Tokyo Fish Market and Hakone

This morning before leaving Tokyo we visited one of the three wholesale fish markets.  The large fish are auctioned off about 5:00 am but only the first 70 tourists in line are allowed in so we did not even try for the auction.  We got there about 9:30 when tourists are allowed in to see the general activity.  I did see the auction when I visited with NDC 20 years ago and the visit is much more interesting when you see it.  Still, the variety of fish is quite amazing and the prices of some fish are quite substantial.  If you know what kind of fish is in the first photo, I would like to know.  At noon we took a thirty minute ride on a Shinkansen  Bullet train to Odawara where we had a bus waiting for us.  This area is mountainous with many spa hotels that take advantage of the sulphurous hot springs in the area.  It is also a place for viewing Mount Fuji.  However, Fuji was completely hidden in the clouds.  You have to come in winter to get any guarantee of seeing it.  We stopped along the shores of Lake Ashi which is quite picturesque and visited another garden which was formerly part of an imperial villa.  You will see more evidence of careful pruning in the photos below.  This town, Hakone-Machi was the location of the Hakone Sekisho (Hakone Barrier), erected in 1618  (2 photos show a modern reproduction of the original) , a strategic location at which travellers to Edo (now Tokyo) could be searched.   This was a forerunner of modern airport security. We then took a forty five minute boat ride along the lake to a small town which was at the base of a cable car which we rode to the top of a mountain where you  see sulphurous steam escaping from the rocks.  The steam is used for geo-thermal heating and sulphur is also mined for fertilizer (photo).  All of this sightseeing was aimed at seeing the non-existent Mount Fuji.  However, the day was pleasant and the scenery was quite nice.  The bus took us to our Japanese style hotel (ryokan) for the evening.  As I started to write this I was sitting in my Japanese kimono  (yukata) waiting for dinner. It is obligatory to wear the kimono at all times in the hotel.   I took advantage of the communal bath, or onsen,  (segregated for men and women) which I assume is heated by the hot springs.  The Japanese will apparently take a bath before and after dinner and before breakfast.    Only a few in the group to tried out the bath.   Dinner was Japanese style – i.e. sitting on the floor.  My room is also Japanese style.  The main sitting area is on the floor though there is a small table and chairs that I used for my laptop.  The bed was laid on the floor on tatami mats and was comfortable.  The buckwheat pillow, however, would take some getting used to.  Our next stop is Nagoya.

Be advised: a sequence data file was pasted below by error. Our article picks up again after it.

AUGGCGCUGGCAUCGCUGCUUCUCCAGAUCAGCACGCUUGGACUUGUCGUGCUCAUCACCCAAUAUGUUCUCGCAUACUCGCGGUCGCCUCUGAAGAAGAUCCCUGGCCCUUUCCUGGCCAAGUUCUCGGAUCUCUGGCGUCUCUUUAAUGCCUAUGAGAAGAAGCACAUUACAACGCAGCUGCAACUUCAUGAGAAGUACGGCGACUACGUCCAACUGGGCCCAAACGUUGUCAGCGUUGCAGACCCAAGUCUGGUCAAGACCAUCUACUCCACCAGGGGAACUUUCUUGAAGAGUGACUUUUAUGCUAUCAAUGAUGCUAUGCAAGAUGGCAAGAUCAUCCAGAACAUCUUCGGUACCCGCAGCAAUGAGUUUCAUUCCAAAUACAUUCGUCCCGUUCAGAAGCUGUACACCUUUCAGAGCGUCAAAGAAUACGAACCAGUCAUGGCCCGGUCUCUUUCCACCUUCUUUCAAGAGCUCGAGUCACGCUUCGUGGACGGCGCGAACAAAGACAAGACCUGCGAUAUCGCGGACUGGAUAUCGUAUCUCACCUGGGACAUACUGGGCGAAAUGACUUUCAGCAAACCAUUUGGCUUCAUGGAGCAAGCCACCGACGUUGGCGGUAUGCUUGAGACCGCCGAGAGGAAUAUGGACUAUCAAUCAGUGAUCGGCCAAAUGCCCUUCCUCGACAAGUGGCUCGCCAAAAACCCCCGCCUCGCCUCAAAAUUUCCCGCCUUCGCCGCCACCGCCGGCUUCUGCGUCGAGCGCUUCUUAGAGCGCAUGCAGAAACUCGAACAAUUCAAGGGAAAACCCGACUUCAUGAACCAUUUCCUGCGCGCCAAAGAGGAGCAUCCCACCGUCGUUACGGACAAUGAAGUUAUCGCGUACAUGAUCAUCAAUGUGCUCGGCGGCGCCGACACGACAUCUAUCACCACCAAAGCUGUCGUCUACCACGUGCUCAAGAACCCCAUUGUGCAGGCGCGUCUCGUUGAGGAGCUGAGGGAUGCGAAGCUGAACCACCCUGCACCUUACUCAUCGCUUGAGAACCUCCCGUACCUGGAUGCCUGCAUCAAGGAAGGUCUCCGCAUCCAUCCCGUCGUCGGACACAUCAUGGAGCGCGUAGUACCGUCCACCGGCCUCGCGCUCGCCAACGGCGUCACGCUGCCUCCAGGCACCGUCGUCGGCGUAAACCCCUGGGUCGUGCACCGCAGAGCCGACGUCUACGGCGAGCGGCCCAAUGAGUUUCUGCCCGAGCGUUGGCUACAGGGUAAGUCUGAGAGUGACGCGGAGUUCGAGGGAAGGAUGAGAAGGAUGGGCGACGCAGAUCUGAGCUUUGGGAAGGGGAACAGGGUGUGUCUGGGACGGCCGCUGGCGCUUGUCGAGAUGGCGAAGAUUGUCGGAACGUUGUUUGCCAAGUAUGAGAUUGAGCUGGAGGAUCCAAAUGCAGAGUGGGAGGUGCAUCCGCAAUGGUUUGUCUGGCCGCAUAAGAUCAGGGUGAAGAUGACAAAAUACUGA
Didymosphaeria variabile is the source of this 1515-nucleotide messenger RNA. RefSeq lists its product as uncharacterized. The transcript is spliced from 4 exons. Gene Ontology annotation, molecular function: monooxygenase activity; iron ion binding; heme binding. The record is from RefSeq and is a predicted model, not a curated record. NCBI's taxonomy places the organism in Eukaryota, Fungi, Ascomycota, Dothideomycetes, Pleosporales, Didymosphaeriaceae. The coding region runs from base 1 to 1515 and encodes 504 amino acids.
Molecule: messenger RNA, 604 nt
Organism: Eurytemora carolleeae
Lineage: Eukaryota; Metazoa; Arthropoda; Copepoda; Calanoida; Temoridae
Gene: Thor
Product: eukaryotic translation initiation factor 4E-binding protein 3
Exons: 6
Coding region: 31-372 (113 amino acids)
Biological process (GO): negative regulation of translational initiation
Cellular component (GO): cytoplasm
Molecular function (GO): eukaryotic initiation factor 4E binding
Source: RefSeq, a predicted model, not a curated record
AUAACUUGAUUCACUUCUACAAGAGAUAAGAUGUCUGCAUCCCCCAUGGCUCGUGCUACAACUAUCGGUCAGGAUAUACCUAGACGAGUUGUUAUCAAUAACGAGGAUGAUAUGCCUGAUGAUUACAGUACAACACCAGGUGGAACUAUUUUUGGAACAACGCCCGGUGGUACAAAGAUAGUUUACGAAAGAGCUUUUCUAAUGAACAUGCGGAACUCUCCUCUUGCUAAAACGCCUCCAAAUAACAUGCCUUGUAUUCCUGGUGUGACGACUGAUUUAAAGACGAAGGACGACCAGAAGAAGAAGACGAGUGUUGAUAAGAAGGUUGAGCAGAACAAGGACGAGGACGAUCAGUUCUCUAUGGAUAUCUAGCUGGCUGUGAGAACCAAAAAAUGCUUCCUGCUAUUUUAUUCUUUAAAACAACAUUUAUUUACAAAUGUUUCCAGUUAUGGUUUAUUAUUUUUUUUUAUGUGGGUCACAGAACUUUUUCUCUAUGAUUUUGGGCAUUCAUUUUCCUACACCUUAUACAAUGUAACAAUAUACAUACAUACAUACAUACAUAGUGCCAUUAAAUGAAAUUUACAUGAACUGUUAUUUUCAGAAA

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One Response to Tokyo Fish Market and Hakone

  1. kieron says:

    I think it’s a “red trumpet fish”.

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